Thanks to a tidbit of information from SBN’s Oilers blog Copper And Blue, we’ve found out (via CapGeek) that former 2003 first round pick of the New York Rangers, Hugh Jessiman, has landed a one-year, two-way contract with the desperate for depth Chicago Blackhawks. Even more amazing than reading the name “Hugh Jessiman” was reading this factoid from Copper and Blue.
Should Jessiman play a game with the Blackhawks this season, the 2003 first rounders would be the first group since 1983 to all make it to the NHL. The first rounders of 1998 and 1989 are also only one player away, but there aren’t many folks still holding out hope for Michael Henrich and Jason Soules.
Jessiman’s path to infamy is one that is a painful one for Rangers fans. Jessiman was a Hollywood script waiting to be written for the Rangers. He was a local boy born in New York City and grew up a Rangers fan. He played college hockey at Dartmouth College in New Hampshire and he was the Rangers top pick in the 2003 draft. Seemed like a slam dunk at the time that the Big Apple would be his and the Rangers return to glory would form around him. A funny thing happened on the way to Madison Square Garden, however.
After leaving Dartmouth, he joined the Rangers farm team in Hartford and struggled terribly, and was sent to the ECHL and the Charlotte Checkers to work things out there in two consecutive seasons. He did very well in Charlotte both times, but upon returning to Hartford his struggles returned. In 2008 he was traded to the Nashville Predators and stayed in AHL exile. This past season he scored 20 goals and had 28 assists for the Predators farm team in Milwaukee, his best AHL season since 2007-2008 when he also had 42 points.
For now, he’s the dubious answer to a trivia question and while some of the names from the first round of that 2003 draft may be more dubious than others, the fact remains that Jessiman is the only guy from that first round to never play a game in the NHL. Either the Blackhawks will have to end up on really hard financial times for Jessiman or he’ll have to have the training camp of a lifetime to crack the Blackhawks lineup.
Even with all the young players that have been healthy scratches this season, don’t expect the NHL to change its waiver rules.
Deputy commissioner Bill Daly told PHT in an email that it’s not something that’s “ever been considered.”
“For better or worse that’s what waiver rules are there for,” Daly wrote. “They force Clubs to make tough decisions.”
Today, Montreal defenseman Jarred Tinordi became the latest waiver-eligible youngster to be sent to the AHL on a two-week conditioning loan.
Tinordi, 23, has yet to play a single game for the Habs this season. If he were still exempt from waivers, he’d have undoubtedly been sent to the AHL long before he had to watch so many NHL games from the press box.
In light of situations like Tinordi’s, some have suggested the NHL change the rules. Currently, the only risk-free way for waiver-eligible players to get playing time in the AHL is via conditioning stint, and, as mentioned, those are limited to 14 days in length.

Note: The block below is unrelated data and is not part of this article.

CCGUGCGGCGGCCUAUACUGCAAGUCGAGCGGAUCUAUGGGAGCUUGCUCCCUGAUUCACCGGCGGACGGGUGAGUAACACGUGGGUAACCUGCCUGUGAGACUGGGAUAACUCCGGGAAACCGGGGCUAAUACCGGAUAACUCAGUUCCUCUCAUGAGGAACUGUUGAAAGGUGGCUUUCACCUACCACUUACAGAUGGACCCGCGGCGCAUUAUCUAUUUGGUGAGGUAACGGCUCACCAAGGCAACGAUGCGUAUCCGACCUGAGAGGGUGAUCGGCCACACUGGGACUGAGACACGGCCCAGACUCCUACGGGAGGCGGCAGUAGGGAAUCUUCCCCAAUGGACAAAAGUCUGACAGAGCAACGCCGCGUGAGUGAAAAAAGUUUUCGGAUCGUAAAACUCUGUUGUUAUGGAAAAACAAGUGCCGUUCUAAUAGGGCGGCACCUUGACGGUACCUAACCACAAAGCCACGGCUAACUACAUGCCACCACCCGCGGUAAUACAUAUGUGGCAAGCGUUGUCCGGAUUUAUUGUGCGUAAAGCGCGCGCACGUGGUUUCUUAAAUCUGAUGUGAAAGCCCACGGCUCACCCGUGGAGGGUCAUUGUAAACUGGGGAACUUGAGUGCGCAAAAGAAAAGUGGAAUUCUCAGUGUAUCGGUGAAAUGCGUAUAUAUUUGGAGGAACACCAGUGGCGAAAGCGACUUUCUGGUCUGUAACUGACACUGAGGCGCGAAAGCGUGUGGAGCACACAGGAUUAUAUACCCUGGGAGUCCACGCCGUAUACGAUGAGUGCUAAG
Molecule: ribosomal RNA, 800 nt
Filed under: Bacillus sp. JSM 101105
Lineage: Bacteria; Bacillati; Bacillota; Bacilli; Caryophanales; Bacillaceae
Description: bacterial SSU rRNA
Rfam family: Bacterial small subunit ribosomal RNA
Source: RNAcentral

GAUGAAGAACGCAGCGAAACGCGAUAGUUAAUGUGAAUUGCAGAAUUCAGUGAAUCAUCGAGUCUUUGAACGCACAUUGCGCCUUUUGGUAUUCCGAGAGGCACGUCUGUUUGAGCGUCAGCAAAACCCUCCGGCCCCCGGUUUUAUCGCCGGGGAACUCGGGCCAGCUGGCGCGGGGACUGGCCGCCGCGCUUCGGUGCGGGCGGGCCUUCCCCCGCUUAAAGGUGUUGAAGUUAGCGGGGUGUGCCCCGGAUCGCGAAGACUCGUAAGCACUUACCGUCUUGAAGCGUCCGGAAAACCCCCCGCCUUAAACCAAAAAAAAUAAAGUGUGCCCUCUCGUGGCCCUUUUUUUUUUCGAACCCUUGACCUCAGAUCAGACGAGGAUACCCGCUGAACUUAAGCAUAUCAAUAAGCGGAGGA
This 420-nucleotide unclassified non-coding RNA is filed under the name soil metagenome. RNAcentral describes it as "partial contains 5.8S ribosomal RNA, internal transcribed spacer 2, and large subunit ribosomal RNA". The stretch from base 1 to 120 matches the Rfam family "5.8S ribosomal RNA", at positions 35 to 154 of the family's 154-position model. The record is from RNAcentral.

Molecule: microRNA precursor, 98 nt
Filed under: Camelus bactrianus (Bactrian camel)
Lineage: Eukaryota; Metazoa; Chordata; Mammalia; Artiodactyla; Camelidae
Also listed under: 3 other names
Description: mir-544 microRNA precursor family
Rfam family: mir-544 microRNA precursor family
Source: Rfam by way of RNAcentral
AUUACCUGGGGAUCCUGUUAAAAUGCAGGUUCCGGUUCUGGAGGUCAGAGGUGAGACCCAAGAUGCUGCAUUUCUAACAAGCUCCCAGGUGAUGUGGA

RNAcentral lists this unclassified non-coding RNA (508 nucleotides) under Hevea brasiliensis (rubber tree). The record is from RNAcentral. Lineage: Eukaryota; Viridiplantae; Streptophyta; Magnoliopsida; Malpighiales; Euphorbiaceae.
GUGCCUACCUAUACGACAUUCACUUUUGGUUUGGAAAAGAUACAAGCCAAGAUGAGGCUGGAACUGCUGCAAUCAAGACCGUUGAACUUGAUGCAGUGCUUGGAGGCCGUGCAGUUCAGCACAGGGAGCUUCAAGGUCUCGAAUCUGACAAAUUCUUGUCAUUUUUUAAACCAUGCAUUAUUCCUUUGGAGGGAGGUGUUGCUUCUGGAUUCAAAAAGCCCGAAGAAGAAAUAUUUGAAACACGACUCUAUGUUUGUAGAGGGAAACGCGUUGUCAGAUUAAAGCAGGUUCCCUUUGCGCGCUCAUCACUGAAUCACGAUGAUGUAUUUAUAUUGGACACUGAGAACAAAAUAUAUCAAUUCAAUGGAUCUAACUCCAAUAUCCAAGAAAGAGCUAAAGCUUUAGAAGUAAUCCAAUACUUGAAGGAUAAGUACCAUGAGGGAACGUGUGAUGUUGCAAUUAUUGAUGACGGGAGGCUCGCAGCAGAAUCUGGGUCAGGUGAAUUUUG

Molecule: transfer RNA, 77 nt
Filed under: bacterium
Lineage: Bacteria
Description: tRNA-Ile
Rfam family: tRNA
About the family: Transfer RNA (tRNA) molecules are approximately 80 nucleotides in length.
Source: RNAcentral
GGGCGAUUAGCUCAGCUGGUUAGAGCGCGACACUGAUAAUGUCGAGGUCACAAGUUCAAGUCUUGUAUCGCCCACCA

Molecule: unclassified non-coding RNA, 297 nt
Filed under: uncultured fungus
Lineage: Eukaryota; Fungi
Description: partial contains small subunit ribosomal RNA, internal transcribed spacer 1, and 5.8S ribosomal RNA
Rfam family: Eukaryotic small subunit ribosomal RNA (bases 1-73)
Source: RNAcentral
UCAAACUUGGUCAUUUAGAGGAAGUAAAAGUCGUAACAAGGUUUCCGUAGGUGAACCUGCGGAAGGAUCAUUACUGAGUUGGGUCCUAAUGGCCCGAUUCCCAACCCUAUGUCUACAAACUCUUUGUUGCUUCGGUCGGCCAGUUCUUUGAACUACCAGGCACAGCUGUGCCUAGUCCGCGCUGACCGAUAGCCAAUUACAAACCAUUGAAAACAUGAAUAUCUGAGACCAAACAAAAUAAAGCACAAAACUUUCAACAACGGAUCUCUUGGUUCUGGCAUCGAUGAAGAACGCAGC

So the Habs will, indeed, need to make a “tough decision” when Tinordi’s conditioning stint is up. Do they put him in the lineup? Do they keep him in the press box and wait for an injury or some other circumstance to create an opportunity for him to play? Do they risk losing him to waivers by attempting to send him to the AHL? Do they trade him?
Your call, Marc Bergevin.
Related: Stanislav Galiev is stuck in the NHL
Joni Ortio has cleared waivers and been assigned to AHL Stockton, the Calgary Flames announced today.
The 24-year-old goalie was always likely to clear, what with his dreadful numbers this season (0-2-1, .868),
But we suppose there was always the chance he’d get picked up, so it’s a relief for the Flames all the same. With a little more time to hone his game in the AHL, Ortio could still turn out to be a quality NHL netminder.
In a related move, veteran goalie Jonas Hiller has been activated from injured reserve. Hiller and Karri Ramo are the only goalies on the Flames’ active roster now.
Two injury updates in one post.
First, the situation with Montreal goalie Carey Price, who was hurt last night versus the Rangers.
According to Canadiens coach Michel Therrien, Price has been placed on injured reserve with a lower-body injury. That means he’ll be out at least a week, though no exact timeline was provided.
“We don’t know how long Carey will be out, but for us it’s business as usual,” said Therrien.
Mike Condon will get the start tomorrow in New Jersey.
As for Oilers forward Nail Yakupov, he’ll be out 2-4 weeks after spraining his ankle last night in Carolina while getting tangled up with a linesman.
Ducks captain Ryan Getzlaf wasn’t impressed with at least two things last night in Arizona:
1. His team’s performance in a 4-2 loss to the Coyotes.
2. The atmosphere inside Gila River Arena, where the announced attendance was just 11,578.
“It’s hard. When you come into a building … it’s dead,” Getzlaf told the O.C. Register. “Nothing against the fans. It’s hard to fill a big building like this and have the amount of people in it to build your energy. So you have to do it yourself. You have to be ready when you step on the ice. I thought we came out flat.”
Anaheim’s record fell to 8-11-4 with the defeat.
The Coyotes’ average attendance also fell, to 13,144 in eight games.